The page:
To even mention the Sonics in any sort of comparison is absurd. There’s a Milky Way-difference between taking a plane to OKC and riding BART to SF instead of Oakland.

    In the end this isn’t about an extremely small percentage of fans who actually live in Oakland and attend Warriors games. This is a continuation of the nitpicking and glass-half-empty analysis that’s been ongoing since Lacob et al outbid Larry Ellison for the Warriors.

    From overstating their exuberance in the form of playoff expectations, to trading the beloved Monta Ellis, to picking up a mic in an attempt to conclude Mullin halftime ceremonies, and now their plans for a new arena a few miles to the west of their current address, the new owners can’t win for losing, yet.

    The Warriors moved from Philadelphia to San Francisco in 1962 and played there for almost 10 years. For those years East Bay fans attended games and were simply convenienced by their move to Oakland in 1971. Well, guess what? They’re now “inconvenienced” by their move “back home”. Sonics fans (and maybe Kings fans shortly) should be so lucky.

    But by far the ultimate irony to this whole “Die-Hard Oakland Fans” premise is the fact that when the SAN FRANCISCO Warriors moved to Oakland they became the Golden State Warriors instead of the Oakland Warriors. Really? All this indignation for a team that never adopted it’s home address?

    Besides, the Warriors never should have been named “Golden State”. They’ve never represented the entire state but they have instead truly represented the entire Bay Area. The Bay Area Warriors is what they have been, are today, and will always be, regardless of their zip code. Get over it.

  • Jamie

    I don’t even agree with every single argument you made, but I think this might be the best piece of yours that I’ve read. The native Oaklander perspective is valuable, and the genuineness of the sentiment is moving. Nice work.

  • Myk04

    They did mention the possiblity of moving to SF as soon as they took over the team. If u believed the “exploring all options” comment you were not listening. Its one Bart stop away. Get over it! My Niners are moving further away. Im not crying. Im still a fan and dont feel slighted at all.

  • Steve

    They’re still in the bay area, Marcus. It’s nowhere near as bad as what Sonics fans dealt with or what folks in Sacramento may have in their future. No, it’s not convenient to go across that bridge, but east bay based Ws fans still can see their team play locally.

  • Harry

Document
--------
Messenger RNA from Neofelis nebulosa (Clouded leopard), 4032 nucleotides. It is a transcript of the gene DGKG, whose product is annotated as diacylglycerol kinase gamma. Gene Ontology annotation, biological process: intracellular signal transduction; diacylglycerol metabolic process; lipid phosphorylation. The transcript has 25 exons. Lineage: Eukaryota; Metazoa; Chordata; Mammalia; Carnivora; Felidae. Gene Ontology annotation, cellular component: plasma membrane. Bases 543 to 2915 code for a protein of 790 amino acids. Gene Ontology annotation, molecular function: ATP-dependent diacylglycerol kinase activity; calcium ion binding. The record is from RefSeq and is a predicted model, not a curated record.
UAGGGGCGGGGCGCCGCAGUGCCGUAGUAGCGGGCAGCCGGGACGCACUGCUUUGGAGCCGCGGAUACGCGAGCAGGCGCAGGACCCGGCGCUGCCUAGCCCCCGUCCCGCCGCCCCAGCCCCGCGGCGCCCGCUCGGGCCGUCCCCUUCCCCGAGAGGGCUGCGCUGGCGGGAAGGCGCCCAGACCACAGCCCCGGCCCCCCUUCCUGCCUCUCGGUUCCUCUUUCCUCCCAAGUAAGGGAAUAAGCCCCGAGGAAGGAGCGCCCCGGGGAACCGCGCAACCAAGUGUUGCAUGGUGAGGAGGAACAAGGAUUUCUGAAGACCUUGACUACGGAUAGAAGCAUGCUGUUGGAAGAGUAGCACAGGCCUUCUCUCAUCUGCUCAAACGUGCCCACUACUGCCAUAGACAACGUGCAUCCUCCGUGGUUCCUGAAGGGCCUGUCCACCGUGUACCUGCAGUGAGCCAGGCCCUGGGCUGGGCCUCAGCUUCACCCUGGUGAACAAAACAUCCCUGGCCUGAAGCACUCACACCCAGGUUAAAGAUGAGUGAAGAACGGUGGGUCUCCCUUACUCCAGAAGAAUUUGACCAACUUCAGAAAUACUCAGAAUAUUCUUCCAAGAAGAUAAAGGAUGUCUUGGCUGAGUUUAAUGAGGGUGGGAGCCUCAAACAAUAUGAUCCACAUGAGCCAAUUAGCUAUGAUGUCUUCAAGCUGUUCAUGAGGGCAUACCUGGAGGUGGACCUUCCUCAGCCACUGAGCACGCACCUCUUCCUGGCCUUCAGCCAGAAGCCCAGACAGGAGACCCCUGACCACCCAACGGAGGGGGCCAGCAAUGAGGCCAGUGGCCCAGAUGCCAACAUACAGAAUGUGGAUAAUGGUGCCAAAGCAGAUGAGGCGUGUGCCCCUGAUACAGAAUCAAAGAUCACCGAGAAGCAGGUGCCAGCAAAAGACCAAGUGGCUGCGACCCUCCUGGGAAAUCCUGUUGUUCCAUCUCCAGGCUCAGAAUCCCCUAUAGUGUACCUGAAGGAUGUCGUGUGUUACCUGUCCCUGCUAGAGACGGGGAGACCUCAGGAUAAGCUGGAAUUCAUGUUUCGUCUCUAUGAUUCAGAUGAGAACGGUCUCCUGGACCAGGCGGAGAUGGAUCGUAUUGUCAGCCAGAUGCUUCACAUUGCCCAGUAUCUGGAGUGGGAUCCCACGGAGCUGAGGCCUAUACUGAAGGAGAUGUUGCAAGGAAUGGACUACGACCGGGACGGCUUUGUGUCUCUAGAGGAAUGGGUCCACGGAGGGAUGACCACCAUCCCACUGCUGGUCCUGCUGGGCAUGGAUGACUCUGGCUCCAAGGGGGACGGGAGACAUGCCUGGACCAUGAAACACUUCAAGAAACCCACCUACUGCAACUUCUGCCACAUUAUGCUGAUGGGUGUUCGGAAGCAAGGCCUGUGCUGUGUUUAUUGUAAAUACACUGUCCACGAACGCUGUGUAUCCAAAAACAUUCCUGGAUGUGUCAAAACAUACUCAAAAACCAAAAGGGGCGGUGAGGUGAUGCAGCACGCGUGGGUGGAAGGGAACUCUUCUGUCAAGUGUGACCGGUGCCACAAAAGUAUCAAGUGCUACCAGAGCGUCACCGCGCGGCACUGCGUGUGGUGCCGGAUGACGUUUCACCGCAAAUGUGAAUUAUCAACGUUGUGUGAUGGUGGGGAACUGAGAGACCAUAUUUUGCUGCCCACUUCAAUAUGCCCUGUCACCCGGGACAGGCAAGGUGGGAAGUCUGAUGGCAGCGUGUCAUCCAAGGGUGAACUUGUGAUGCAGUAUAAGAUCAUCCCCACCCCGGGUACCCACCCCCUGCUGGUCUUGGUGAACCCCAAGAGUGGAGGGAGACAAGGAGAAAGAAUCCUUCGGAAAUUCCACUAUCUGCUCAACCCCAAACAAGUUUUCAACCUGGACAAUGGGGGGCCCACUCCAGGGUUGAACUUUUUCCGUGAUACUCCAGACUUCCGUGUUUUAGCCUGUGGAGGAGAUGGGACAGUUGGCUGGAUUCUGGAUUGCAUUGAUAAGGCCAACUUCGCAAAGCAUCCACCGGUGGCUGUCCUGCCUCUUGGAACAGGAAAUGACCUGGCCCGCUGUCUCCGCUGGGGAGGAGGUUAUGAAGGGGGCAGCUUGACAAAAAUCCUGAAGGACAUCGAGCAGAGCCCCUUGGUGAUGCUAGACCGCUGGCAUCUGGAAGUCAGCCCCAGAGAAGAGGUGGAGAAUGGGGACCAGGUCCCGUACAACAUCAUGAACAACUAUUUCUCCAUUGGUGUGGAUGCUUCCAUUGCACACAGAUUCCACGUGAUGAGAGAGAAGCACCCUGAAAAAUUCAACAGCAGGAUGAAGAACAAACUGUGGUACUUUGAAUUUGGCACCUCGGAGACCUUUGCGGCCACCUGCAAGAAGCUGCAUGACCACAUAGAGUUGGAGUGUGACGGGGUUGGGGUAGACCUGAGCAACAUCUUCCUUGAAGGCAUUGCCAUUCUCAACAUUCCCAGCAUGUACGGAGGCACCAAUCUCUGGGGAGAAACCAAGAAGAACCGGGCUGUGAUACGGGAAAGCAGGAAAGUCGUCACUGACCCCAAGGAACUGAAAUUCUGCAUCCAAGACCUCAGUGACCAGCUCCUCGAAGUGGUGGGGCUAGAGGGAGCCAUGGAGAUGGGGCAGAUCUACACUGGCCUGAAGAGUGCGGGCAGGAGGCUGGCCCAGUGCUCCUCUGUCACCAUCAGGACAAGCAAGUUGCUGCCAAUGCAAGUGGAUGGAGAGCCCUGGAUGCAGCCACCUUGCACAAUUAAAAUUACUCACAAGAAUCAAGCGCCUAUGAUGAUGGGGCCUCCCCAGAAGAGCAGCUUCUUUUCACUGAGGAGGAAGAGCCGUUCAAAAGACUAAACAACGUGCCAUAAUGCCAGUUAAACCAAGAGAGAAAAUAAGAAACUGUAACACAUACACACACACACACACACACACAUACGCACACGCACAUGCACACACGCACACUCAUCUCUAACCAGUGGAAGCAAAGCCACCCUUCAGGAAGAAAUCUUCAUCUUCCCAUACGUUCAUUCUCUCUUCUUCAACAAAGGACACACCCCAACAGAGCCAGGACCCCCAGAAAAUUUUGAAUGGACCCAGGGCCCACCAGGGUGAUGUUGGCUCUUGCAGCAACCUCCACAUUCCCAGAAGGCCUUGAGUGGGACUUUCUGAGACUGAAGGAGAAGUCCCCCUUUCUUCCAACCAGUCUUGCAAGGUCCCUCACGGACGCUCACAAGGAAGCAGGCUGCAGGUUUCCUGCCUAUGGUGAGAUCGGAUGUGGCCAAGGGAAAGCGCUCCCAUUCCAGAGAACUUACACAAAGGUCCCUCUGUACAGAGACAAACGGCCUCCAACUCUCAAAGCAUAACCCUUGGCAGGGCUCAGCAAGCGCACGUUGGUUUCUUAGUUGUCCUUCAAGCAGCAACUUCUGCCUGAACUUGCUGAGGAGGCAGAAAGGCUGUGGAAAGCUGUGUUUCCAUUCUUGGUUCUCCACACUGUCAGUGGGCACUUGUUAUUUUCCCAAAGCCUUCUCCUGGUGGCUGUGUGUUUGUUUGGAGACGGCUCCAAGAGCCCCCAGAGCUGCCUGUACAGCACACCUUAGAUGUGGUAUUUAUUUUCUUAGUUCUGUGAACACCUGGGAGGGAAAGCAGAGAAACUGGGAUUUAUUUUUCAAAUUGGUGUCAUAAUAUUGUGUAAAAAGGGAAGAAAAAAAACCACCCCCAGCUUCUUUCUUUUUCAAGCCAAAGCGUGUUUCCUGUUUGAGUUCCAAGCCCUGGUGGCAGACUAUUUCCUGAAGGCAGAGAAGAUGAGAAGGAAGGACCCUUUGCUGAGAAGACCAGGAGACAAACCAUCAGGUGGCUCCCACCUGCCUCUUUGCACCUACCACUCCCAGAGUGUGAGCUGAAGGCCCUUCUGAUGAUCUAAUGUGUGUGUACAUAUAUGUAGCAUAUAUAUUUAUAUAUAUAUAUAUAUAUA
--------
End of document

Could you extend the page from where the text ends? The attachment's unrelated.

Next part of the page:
They want to go back to San Francisco? Great….let them play at the Civic Auditorium and the Cow Palace.

  • http://runnin-n-gunnin.tumblr.com a-mark

    Great article. Being from San Jose where the move is mostly indifferent to me, this really puts into perspective the backlash from the East Bay that I haven’t fully understood. I do sympathize for the East Bay fans, and hope that they keep coming out to support our team, win or lose, east bay or peninsula. If a team’s truly there in your heart, you’ll be there for them.

    Keep up the good work.

  • tramaze

    the comment by steve is dead on!! lets just all be real for a minute and realize that the warriors isn’t and never was “oakland” team, it is a bay area team. Warrior come south bay, east bay, north bay and west bay!! so it really isn’t a big deal where the arena sits…. personally i think its a great idea to have it in the city! there be way more places to eat and drink within walking distance to the arena vs what oakland had. yes it will be more inconvenient for some people to get into the city to attend a game but i personally have no problem with that even though my commute from san jose will be longer….

  • Nick

    You expressed everything I’ve ever felt about the Warriors and even about Oakland. This is an amazing piece and I’m glad you wrote it. Much of this could even be said about the A’s. Thanks for writing this.

  • ArmChair GM

    Some of you guys just don’t get it. A sports team is more than about just a game. It’s more than just about X’s and O’s.

    As any school athletic program will tell you, Sports in its purest form is about character development. It is about Life skills. It is about team work. It is about perseverance and the power of the human spirit to achieve a common goal, sometimes despite overwhelming odds and hardship.

    That fact has been lost on corporate naming rights and luxury suites.

    The city of Oakland has been and continues to be disrespected and pit against the Sparkling City across the Bay.

    Despite the fact that most of the Bay Area’s NBA basketball talent actually comes from Oakland…including Bill Russell, Jason Kidd, Gary Payton, Brian Shaw, I can go on and on, somehow we are not a good enough city to actually have a team.

    Despite the fact that Oakland stepped up to the plate when SF couldn’t field an NBA worthy stadium to save its life in 1971 and provided the Oakland Areana…